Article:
Investigations are continuing into a massive Sonic data breach that has potentially impacted millions of its customers.
Sonic, an Oklahoma City-based restaurant chain with more than 3,600 franchise restaurants in the United States, was alerted to a potential breach by its card payment processor after a pattern of fraudulent purchases was identified and linked to the restaurant chain.
The Sonic data breach was first reported by Brian Krebs, who linked the listing of a batch of 5 million credit and debit card numbers on the cybercrime marketplace Joker’s Stash to a potential breach at Sonic.
Krebs reported that two individuals who had agreed to purchase credit card numbers from the seller both said the cards had previously been used in Sonic locations. After contacting Sonic to report the potential breach, Krebs was notified that the restaurant chain was investigating a potential breach.
Sonic has issued a statement saying it is working with law enforcement and has hired a third-party forensics firm to confirm whether its systems have been hacked, and if so, to determine the nature and scope of the breach.
At present it is unclear how many of the restaurants chain’s locations have been impacted or the number of customer’s that have had their card details stolen. While the batch of credit and debit card numbers listed for sale indicates the breach victim count could be as high as 5 million, it has yet to be established whether all of those card numbers came from the Sonic data breach. It is possible the list could be an amalgamation of data from several breaches.
The Sonic data breach has potential to be one of the largest POS data breaches to affect the hospitality industry, and is the latest in a string of cyberattacks on restaurants. Earlier this year Chipotle Mexican Grill experienced a breach that affected most of the chain’s restaurants. Arby’s and the Select restaurant chain have also announced major data breaches. Last year, a major breach of card details was reported by Wendy’s which affected more than 1,000 of its restaurants.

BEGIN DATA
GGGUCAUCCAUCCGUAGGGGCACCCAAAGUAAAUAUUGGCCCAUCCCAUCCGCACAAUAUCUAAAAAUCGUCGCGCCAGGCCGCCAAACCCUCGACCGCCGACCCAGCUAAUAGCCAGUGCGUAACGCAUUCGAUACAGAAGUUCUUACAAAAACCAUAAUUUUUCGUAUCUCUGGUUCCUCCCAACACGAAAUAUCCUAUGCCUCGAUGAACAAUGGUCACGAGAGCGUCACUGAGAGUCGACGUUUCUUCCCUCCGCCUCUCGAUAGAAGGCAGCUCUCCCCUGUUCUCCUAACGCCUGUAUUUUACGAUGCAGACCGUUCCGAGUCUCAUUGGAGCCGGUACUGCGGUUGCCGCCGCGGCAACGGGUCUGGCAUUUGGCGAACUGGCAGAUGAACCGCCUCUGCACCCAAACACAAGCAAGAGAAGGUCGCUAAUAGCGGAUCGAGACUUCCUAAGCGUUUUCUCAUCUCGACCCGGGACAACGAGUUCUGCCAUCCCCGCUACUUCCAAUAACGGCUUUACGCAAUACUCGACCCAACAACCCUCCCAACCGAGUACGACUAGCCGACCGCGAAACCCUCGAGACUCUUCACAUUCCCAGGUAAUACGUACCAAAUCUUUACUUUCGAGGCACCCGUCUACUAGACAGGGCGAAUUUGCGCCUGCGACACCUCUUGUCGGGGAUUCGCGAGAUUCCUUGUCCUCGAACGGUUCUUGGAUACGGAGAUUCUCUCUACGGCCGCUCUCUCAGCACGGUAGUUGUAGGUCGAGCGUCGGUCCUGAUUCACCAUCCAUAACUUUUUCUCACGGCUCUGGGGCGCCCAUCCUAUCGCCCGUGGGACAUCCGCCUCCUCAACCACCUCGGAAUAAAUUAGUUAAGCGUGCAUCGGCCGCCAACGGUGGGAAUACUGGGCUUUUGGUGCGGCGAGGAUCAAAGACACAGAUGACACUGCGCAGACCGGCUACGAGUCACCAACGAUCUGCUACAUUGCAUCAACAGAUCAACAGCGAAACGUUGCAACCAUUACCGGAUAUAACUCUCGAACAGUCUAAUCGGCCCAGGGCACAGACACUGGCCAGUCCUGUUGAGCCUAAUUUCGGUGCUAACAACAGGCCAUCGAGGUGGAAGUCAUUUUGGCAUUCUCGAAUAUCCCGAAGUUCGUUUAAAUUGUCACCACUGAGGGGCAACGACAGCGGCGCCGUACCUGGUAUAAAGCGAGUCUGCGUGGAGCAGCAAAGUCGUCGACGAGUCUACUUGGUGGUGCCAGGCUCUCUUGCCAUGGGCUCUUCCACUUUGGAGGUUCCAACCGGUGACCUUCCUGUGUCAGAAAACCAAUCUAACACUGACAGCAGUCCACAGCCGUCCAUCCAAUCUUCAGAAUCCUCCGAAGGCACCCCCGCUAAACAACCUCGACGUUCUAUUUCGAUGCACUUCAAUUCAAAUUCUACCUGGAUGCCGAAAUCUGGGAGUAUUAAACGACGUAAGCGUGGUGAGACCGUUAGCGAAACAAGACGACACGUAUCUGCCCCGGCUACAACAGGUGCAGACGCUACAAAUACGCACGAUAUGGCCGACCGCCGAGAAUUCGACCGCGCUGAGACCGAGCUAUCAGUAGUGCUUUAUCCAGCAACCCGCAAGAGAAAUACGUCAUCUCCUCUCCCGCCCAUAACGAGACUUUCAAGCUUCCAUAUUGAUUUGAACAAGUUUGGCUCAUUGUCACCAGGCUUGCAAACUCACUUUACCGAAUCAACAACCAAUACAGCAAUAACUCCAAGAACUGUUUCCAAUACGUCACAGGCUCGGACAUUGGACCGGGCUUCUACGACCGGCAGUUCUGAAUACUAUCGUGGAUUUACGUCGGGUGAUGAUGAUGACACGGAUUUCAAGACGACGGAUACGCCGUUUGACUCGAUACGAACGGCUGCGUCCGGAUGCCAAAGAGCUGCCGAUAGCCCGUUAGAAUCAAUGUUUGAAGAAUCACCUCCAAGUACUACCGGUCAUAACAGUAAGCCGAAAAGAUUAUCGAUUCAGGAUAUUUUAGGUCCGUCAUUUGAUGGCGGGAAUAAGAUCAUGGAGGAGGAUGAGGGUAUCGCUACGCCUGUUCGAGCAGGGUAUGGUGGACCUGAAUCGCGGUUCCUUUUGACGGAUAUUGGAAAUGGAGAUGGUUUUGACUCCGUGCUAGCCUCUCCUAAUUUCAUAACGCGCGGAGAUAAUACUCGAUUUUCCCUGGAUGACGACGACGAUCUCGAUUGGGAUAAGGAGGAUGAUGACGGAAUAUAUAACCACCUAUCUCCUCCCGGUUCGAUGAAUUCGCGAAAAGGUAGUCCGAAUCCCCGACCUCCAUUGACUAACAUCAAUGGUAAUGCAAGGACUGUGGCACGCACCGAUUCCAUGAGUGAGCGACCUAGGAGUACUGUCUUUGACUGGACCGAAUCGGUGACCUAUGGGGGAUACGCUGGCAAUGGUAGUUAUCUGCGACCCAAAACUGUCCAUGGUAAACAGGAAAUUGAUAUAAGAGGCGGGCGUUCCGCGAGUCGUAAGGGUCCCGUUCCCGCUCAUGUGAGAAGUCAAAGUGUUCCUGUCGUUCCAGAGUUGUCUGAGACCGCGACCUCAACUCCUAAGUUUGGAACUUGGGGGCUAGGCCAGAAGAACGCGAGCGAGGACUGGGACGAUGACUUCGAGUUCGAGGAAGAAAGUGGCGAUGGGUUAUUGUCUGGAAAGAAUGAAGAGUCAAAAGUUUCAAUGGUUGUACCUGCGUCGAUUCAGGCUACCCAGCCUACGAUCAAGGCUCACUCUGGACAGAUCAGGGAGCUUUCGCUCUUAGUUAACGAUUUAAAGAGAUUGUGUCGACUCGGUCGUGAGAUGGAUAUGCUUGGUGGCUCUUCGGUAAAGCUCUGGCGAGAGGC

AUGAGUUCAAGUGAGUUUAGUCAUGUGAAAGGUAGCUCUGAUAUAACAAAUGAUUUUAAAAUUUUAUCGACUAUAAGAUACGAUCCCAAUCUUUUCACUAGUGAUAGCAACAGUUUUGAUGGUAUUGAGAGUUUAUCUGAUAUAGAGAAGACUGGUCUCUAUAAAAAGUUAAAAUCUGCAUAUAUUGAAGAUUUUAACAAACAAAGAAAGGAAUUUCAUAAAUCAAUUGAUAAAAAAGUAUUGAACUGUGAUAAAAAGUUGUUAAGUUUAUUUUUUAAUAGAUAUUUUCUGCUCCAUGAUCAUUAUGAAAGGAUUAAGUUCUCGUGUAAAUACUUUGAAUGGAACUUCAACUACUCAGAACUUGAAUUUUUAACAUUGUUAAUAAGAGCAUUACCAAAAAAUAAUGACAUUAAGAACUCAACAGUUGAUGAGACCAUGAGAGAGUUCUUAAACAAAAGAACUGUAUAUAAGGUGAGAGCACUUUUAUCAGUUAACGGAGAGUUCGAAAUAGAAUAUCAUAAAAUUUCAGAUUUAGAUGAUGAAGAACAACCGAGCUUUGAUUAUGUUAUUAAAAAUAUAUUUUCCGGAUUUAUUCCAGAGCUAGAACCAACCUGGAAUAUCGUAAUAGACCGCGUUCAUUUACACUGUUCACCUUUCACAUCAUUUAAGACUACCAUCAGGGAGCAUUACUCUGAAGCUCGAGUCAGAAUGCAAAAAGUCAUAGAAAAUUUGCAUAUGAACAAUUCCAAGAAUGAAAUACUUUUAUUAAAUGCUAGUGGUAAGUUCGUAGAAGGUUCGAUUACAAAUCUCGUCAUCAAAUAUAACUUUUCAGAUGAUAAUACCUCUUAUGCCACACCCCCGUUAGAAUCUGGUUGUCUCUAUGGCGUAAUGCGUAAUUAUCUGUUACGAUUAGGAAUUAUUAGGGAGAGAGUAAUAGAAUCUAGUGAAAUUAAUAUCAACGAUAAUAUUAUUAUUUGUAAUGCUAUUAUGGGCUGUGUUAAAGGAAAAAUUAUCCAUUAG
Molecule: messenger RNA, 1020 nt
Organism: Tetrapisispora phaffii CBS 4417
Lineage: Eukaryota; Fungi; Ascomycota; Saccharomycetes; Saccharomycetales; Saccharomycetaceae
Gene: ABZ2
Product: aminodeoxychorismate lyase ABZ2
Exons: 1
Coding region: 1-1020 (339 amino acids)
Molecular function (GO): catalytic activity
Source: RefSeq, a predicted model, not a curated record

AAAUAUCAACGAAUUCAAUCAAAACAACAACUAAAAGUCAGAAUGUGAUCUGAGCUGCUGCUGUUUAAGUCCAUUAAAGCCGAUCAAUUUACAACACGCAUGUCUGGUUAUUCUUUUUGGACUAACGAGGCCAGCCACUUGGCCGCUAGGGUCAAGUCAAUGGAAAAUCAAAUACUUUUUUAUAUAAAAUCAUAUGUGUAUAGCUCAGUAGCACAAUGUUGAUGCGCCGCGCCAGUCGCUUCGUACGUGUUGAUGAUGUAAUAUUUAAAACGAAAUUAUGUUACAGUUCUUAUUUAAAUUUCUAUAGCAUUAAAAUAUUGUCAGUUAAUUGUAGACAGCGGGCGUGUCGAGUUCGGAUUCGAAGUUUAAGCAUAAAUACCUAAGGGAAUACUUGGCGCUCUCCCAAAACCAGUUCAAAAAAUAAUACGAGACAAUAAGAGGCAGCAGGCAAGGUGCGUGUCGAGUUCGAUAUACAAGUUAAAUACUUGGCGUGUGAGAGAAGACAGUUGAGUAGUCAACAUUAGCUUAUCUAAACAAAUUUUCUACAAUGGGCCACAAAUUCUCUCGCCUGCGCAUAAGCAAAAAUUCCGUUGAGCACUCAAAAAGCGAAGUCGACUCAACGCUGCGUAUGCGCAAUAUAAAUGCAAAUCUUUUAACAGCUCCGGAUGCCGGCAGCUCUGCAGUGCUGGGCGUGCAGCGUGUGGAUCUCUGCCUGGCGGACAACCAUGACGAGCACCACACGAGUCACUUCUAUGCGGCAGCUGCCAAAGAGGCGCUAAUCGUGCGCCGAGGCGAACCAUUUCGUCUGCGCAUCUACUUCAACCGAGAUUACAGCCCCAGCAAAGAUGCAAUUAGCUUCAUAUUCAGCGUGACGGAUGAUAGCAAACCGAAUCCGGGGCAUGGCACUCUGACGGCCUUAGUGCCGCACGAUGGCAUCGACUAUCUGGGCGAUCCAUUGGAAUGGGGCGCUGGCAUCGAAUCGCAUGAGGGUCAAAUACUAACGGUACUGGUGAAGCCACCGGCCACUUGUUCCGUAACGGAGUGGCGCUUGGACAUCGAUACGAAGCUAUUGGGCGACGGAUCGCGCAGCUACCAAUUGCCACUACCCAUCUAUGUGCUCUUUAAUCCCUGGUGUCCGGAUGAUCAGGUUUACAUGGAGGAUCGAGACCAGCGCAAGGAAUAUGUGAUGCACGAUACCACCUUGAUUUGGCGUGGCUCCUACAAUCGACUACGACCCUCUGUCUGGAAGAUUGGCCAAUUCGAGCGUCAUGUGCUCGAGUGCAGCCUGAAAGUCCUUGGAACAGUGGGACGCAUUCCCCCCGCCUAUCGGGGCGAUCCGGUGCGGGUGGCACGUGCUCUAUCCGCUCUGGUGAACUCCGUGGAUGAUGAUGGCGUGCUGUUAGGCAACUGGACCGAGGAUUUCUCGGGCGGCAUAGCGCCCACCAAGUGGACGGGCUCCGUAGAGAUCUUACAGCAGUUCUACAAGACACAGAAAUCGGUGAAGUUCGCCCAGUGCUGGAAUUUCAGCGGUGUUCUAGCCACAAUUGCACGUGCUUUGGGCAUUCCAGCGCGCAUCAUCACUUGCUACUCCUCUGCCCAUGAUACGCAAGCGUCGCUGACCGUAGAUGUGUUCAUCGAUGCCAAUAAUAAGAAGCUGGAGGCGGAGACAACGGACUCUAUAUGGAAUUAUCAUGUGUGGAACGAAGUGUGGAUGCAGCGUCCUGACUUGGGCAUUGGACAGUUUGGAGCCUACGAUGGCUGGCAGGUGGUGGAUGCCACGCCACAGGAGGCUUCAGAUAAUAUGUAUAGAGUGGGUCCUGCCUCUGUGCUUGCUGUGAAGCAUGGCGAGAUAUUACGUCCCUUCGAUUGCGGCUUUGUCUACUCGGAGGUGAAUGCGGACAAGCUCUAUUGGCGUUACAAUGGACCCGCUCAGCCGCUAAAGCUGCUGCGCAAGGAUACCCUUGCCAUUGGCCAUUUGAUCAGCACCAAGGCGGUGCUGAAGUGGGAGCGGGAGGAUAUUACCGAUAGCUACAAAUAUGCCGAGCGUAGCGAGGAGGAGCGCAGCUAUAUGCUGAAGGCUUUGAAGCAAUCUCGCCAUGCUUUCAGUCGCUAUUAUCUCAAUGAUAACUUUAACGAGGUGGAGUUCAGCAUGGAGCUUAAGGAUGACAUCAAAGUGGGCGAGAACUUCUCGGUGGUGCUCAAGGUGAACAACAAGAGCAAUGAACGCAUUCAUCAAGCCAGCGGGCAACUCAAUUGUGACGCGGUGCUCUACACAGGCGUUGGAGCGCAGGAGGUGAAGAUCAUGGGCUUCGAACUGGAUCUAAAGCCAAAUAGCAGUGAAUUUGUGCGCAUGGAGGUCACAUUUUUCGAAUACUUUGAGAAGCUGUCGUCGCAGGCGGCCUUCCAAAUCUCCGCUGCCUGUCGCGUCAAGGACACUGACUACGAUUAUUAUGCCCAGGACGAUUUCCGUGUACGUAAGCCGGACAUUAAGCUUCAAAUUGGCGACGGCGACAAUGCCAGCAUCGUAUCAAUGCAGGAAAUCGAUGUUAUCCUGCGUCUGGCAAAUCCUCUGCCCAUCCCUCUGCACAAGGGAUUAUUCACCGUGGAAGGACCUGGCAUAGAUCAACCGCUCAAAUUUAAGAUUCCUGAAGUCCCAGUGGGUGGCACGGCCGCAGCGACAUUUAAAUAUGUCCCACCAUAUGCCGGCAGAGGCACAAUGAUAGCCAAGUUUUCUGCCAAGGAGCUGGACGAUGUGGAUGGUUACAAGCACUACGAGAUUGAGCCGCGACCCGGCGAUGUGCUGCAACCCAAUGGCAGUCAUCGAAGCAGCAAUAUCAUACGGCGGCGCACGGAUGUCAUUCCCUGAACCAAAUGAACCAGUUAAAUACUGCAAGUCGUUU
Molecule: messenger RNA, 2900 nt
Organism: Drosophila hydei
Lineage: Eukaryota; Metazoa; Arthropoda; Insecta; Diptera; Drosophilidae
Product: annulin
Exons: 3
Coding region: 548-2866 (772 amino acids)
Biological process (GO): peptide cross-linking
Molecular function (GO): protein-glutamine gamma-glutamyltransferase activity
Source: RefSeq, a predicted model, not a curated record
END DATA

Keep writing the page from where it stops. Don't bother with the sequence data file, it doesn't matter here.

Restaurant chain data breaches typically involve malware installed on point-of-sale systems that collects and exfiltrates card details. The malware infections often go unnoticed for weeks or months. It is only when card processors notice trends in credit card fraud and alert specific restaurants or restaurant chains that the breach is identified. The malicious actors behind these breaches often hold on to the stolen data until a sufficiently large batch of card numbers have been obtained, before listing the data for sale on darknet marketplaces.
In this case, the card numbers from the Sonic data breach were selling for between $25 and $50 depending on the type of card. This is much higher than the usual cost of stolen card numbers, indicating the card details have come from a recent data breach with most of the cards yet to be cancelled.
Hackers can gain access to POS systems via email phishing attacks, by exploiting vulnerabilities using exploit kits, direct attacks on unpatched and out-of-date operating systems, brute force RDP attacks, or by infiltrating the systems of vendors that have legitimate access to restaurant networks. It was the latter that enabled hackers to gain access to Target’s system and steal credit card details of 40 million customers. The same was true of the Wendy’s breach. Hackers obtained the credentials of some of its service providers and were able to login and install malware.
Restaurants can reduce the risk of data breaches by complying with the Payment Card Industry’s Data Security Standard (PCI DSS), a list of 12 requirements spread across six control objectives. Those requirements include the use of spam filtering, web filtering solutions, and securing the Wi-Fi environment – the latter two can both be achieved by implementing WebTitan.